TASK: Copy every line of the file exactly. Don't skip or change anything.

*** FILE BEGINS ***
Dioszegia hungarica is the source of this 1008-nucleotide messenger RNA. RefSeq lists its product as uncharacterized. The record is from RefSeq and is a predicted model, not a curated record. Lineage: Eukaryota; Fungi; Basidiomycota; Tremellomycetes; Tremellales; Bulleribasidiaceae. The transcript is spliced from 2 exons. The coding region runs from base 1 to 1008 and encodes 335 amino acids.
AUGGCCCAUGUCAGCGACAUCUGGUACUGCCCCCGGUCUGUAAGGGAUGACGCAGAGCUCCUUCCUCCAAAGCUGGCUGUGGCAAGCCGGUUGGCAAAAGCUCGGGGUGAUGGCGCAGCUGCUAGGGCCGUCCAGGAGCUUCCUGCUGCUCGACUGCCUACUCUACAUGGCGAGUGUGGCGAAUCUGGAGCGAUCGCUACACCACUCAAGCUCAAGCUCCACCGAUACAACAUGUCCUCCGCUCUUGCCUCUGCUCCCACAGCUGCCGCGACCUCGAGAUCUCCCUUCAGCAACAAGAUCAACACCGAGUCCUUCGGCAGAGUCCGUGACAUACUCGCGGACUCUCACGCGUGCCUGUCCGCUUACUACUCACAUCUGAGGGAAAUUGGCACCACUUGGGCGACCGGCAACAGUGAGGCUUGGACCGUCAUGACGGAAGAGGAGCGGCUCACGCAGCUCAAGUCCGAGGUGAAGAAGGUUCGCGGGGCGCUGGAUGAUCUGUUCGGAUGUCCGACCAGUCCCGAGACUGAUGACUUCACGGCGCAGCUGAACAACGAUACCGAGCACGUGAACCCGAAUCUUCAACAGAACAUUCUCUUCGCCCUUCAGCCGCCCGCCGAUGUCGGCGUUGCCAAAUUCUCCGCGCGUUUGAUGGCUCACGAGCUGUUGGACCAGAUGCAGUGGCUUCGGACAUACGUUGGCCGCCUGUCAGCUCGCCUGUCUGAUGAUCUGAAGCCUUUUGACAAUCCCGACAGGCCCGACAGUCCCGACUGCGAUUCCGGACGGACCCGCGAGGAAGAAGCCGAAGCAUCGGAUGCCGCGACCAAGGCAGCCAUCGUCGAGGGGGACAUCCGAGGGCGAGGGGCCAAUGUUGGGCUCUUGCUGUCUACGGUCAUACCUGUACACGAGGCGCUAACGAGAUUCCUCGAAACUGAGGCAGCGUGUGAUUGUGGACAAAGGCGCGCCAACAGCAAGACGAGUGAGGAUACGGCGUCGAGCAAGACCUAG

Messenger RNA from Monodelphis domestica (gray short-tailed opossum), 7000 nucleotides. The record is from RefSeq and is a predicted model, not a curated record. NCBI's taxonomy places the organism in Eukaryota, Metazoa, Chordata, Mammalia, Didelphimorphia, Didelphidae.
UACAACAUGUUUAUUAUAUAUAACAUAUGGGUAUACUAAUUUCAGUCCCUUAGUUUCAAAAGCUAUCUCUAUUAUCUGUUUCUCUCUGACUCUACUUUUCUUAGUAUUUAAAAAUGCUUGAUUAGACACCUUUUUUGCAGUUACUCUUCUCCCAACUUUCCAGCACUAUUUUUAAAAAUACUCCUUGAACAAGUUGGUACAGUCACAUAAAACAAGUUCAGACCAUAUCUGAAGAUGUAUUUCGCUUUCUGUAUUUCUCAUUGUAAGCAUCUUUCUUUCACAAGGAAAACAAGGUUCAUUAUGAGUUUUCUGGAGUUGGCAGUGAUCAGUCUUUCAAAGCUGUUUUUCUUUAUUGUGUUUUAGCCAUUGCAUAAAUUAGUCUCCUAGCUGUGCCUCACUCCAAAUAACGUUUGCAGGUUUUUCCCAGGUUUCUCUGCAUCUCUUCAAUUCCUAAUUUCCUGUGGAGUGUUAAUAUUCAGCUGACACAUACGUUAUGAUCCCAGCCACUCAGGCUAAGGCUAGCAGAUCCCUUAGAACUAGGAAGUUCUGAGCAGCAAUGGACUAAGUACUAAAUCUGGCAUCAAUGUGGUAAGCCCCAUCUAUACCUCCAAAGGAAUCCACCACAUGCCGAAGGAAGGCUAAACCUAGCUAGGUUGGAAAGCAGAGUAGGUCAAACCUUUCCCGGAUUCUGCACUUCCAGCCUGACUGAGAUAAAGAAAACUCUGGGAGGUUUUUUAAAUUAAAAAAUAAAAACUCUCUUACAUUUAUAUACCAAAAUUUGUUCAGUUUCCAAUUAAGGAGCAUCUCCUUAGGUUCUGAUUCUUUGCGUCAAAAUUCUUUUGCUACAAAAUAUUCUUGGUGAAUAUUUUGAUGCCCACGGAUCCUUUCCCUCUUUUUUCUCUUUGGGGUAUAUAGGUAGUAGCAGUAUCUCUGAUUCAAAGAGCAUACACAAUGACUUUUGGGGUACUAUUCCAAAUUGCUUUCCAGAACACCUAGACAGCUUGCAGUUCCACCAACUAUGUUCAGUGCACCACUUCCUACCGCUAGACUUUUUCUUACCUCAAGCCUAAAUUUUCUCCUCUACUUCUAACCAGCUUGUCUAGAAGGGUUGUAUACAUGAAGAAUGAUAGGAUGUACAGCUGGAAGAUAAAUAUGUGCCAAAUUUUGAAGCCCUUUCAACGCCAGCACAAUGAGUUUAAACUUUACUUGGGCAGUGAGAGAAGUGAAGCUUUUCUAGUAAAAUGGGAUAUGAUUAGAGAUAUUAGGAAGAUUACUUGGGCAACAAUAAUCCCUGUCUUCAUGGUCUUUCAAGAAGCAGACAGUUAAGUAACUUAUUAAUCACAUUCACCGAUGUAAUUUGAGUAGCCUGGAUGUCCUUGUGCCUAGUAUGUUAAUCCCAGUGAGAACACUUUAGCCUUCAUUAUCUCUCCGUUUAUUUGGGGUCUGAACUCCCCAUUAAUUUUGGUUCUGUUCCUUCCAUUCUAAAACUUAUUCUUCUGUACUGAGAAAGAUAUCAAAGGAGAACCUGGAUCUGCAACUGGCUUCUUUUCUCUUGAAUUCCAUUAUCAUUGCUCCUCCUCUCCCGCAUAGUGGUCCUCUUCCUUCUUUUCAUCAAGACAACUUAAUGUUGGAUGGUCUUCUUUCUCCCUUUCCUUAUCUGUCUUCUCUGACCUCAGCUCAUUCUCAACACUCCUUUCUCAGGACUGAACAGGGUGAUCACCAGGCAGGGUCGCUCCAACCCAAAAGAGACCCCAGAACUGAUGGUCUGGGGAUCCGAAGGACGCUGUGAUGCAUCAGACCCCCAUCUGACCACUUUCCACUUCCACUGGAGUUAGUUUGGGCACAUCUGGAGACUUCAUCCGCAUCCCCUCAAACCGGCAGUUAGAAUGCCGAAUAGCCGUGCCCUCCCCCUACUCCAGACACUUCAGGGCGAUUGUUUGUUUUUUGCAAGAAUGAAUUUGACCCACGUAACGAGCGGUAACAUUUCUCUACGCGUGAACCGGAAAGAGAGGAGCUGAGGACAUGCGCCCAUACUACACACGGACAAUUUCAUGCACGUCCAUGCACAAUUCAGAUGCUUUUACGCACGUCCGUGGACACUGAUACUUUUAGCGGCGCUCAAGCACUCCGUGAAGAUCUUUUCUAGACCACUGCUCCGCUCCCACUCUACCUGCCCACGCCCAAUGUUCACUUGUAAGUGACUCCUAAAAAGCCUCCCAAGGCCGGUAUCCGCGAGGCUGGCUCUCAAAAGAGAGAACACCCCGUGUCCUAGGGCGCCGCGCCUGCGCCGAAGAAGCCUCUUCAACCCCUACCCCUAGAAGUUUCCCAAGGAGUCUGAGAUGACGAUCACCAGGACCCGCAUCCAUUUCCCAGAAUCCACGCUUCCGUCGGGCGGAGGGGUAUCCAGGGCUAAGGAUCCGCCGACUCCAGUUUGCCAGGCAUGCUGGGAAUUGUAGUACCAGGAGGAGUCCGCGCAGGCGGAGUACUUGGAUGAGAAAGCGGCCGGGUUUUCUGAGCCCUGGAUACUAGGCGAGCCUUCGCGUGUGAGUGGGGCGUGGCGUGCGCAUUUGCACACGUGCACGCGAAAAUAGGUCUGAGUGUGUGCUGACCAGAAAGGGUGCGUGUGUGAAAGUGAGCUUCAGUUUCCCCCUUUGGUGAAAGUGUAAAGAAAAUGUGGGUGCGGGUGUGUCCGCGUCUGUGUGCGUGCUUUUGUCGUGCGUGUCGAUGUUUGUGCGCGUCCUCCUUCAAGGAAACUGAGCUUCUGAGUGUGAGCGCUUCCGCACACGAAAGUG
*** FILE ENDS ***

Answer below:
Dioszegia hungarica is the source of this 1008-nucleotide messenger RNA. RefSeq lists its product as uncharacterized. The record is from RefSeq and is a predicted model, not a curated record. Lineage: Eukaryota; Fungi; Basidiomycota; Tremellomycetes; Tremellales; Bulleribasidiaceae. The transcript is spliced from 2 exons. The coding region runs from base 1 to 1008 and encodes 335 amino acids.
AUGGCCCAUGUCAGCGACAUCUGGUACUGCCCCCGGUCUGUAAGGGAUGACGCAGAGCUCCUUCCUCCAAAGCUGGCUGUGGCAAGCCGGUUGGCAAAAGCUCGGGGUGAUGGCGCAGCUGCUAGGGCCGUCCAGGAGCUUCCUGCUGCUCGACUGCCUACUCUACAUGGCGAGUGUGGCGAAUCUGGAGCGAUCGCUACACCACUCAAGCUCAAGCUCCACCGAUACAACAUGUCCUCCGCUCUUGCCUCUGCUCCCACAGCUGCCGCGACCUCGAGAUCUCCCUUCAGCAACAAGAUCAACACCGAGUCCUUCGGCAGAGUCCGUGACAUACUCGCGGACUCUCACGCGUGCCUGUCCGCUUACUACUCACAUCUGAGGGAAAUUGGCACCACUUGGGCGACCGGCAACAGUGAGGCUUGGACCGUCAUGACGGAAGAGGAGCGGCUCACGCAGCUCAAGUCCGAGGUGAAGAAGGUUCGCGGGGCGCUGGAUGAUCUGUUCGGAUGUCCGACCAGUCCCGAGACUGAUGACUUCACGGCGCAGCUGAACAACGAUACCGAGCACGUGAACCCGAAUCUUCAACAGAACAUUCUCUUCGCCCUUCAGCCGCCCGCCGAUGUCGGCGUUGCCAAAUUCUCCGCGCGUUUGAUGGCUCACGAGCUGUUGGACCAGAUGCAGUGGCUUCGGACAUACGUUGGCCGCCUGUCAGCUCGCCUGUCUGAUGAUCUGAAGCCUUUUGACAAUCCCGACAGGCCCGACAGUCCCGACUGCGAUUCCGGACGGACCCGCGAGGAAGAAGCCGAAGCAUCGGAUGCCGCGACCAAGGCAGCCAUCGUCGAGGGGGACAUCCGAGGGCGAGGGGCCAAUGUUGGGCUCUUGCUGUCUACGGUCAUACCUGUACACGAGGCGCUAACGAGAUUCCUCGAAACUGAGGCAGCGUGUGAUUGUGGACAAAGGCGCGCCAACAGCAAGACGAGUGAGGAUACGGCGUCGAGCAAGACCUAG

Messenger RNA from Monodelphis domestica (gray short-tailed opossum), 7000 nucleotides. The record is from RefSeq and is a predicted model, not a curated record. NCBI's taxonomy places the organism in Eukaryota, Metazoa, Chordata, Mammalia, Didelphimorphia, Didelphidae.
UACAACAUGUUUAUUAUAUAUAACAUAUGGGUAUACUAAUUUCAGUCCCUUAGUUUCAAAAGCUAUCUCUAUUAUCUGUUUCUCUCUGACUCUACUUUUCUUAGUAUUUAAAAAUGCUUGAUUAGACACCUUUUUUGCAGUUACUCUUCUCCCAACUUUCCAGCACUAUUUUUAAAAAUACUCCUUGAACAAGUUGGUACAGUCACAUAAAACAAGUUCAGACCAUAUCUGAAGAUGUAUUUCGCUUUCUGUAUUUCUCAUUGUAAGCAUCUUUCUUUCACAAGGAAAACAAGGUUCAUUAUGAGUUUUCUGGAGUUGGCAGUGAUCAGUCUUUCAAAGCUGUUUUUCUUUAUUGUGUUUUAGCCAUUGCAUAAAUUAGUCUCCUAGCUGUGCCUCACUCCAAAUAACGUUUGCAGGUUUUUCCCAGGUUUCUCUGCAUCUCUUCAAUUCCUAAUUUCCUGUGGAGUGUUAAUAUUCAGCUGACACAUACGUUAUGAUCCCAGCCACUCAGGCUAAGGCUAGCAGAUCCCUUAGAACUAGGAAGUUCUGAGCAGCAAUGGACUAAGUACUAAAUCUGGCAUCAAUGUGGUAAGCCCCAUCUAUACCUCCAAAGGAAUCCACCACAUGCCGAAGGAAGGCUAAACCUAGCUAGGUUGGAAAGCAGAGUAGGUCAAACCUUUCCCGGAUUCUGCACUUCCAGCCUGACUGAGAUAAAGAAAACUCUGGGAGGUUUUUUAAAUUAAAAAAUAAAAACUCUCUUACAUUUAUAUACCAAAAUUUGUUCAGUUUCCAAUUAAGGAGCAUCUCCUUAGGUUCUGAUUCUUUGCGUCAAAAUUCUUUUGCUACAAAAUAUUCUUGGUGAAUAUUUUGAUGCCCACGGAUCCUUUCCCUCUUUUUUCUCUUUGGGGUAUAUAGGUAGUAGCAGUAUCUCUGAUUCAAAGAGCAUACACAAUGACUUUUGGGGUACUAUUCCAAAUUGCUUUCCAGAACACCUAGACAGCUUGCAGUUCCACCAACUAUGUUCAGUGCACCACUUCCUACCGCUAGACUUUUUCUUACCUCAAGCCUAAAUUUUCUCCUCUACUUCUAACCAGCUUGUCUAGAAGGGUUGUAUACAUGAAGAAUGAUAGGAUGUACAGCUGGAAGAUAAAUAUGUGCCAAAUUUUGAAGCCCUUUCAACGCCAGCACAAUGAGUUUAAACUUUACUUGGGCAGUGAGAGAAGUGAAGCUUUUCUAGUAAAAUGGGAUAUGAUUAGAGAUAUUAGGAAGAUUACUUGGGCAACAAUAAUCCCUGUCUUCAUGGUCUUUCAAGAAGCAGACAGUUAAGUAACUUAUUAAUCACAUUCACCGAUGUAAUUUGAGUAGCCUGGAUGUCCUUGUGCCUAGUAUGUUAAUCCCAGUGAGAACACUUUAGCCUUCAUUAUCUCUCCGUUUAUUUGGGGUCUGAACUCCCCAUUAAUUUUGGUUCUGUUCCUUCCAUUCUAAAACUUAUUCUUCUGUACUGAGAAAGAUAUCAAAGGAGAACCUGGAUCUGCAACUGGCUUCUUUUCUCUUGAAUUCCAUUAUCAUUGCUCCUCCUCUCCCGCAUAGUGGUCCUCUUCCUUCUUUUCAUCAAGACAACUUAAUGUUGGAUGGUCUUCUUUCUCCCUUUCCUUAUCUGUCUUCUCUGACCUCAGCUCAUUCUCAACACUCCUUUCUCAGGACUGAACAGGGUGAUCACCAGGCAGGGUCGCUCCAACCCAAAAGAGACCCCAGAACUGAUGGUCUGGGGAUCCGAAGGACGCUGUGAUGCAUCAGACCCCCAUCUGACCACUUUCCACUUCCACUGGAGUUAGUUUGGGCACAUCUGGAGACUUCAUCCGCAUCCCCUCAAACCGGCAGUUAGAAUGCCGAAUAGCCGUGCCCUCCCCCUACUCCAGACACUUCAGGGCGAUUGUUUGUUUUUUGCAAGAAUGAAUUUGACCCACGUAACGAGCGGUAACAUUUCUCUACGCGUGAACCGGAAAGAGAGGAGCUGAGGACAUGCGCCCAUACUACACACGGACAAUUUCAUGCACGUCCAUGCACAAUUCAGAUGCUUUUACGCACGUCCGUGGACACUGAUACUUUUAGCGGCGCUCAAGCACUCCGUGAAGAUCUUUUCUAGACCACUGCUCCGCUCCCACUCUACCUGCCCACGCCCAAUGUUCACUUGUAAGUGACUCCUAAAAAGCCUCCCAAGGCCGGUAUCCGCGAGGCUGGCUCUCAAAAGAGAGAACACCCCGUGUCCUAGGGCGCCGCGCCUGCGCCGAAGAAGCCUCUUCAACCCCUACCCCUAGAAGUUUCCCAAGGAGUCUGAGAUGACGAUCACCAGGACCCGCAUCCAUUUCCCAGAAUCCACGCUUCCGUCGGGCGGAGGGGUAUCCAGGGCUAAGGAUCCGCCGACUCCAGUUUGCCAGGCAUGCUGGGAAUUGUAGUACCAGGAGGAGUCCGCGCAGGCGGAGUACUUGGAUGAGAAAGCGGCCGGGUUUUCUGAGCCCUGGAUACUAGGCGAGCCUUCGCGUGUGAGUGGGGCGUGGCGUGCGCAUUUGCACACGUGCACGCGAAAAUAGGUCUGAGUGUGUGCUGACCAGAAAGGGUGCGUGUGUGAAAGUGAGCUUCAGUUUCCCCCUUUGGUGAAAGUGUAAAGAAAAUGUGGGUGCGGGUGUGUCCGCGUCUGUGUGCGUGCUUUUGUCGUGCGUGUCGAUGUUUGUGCGCGUCCUCCUUCAAGGAAACUGAGCUUCUGAGUGUGAGCGCUUCCGCACACGAAAGUG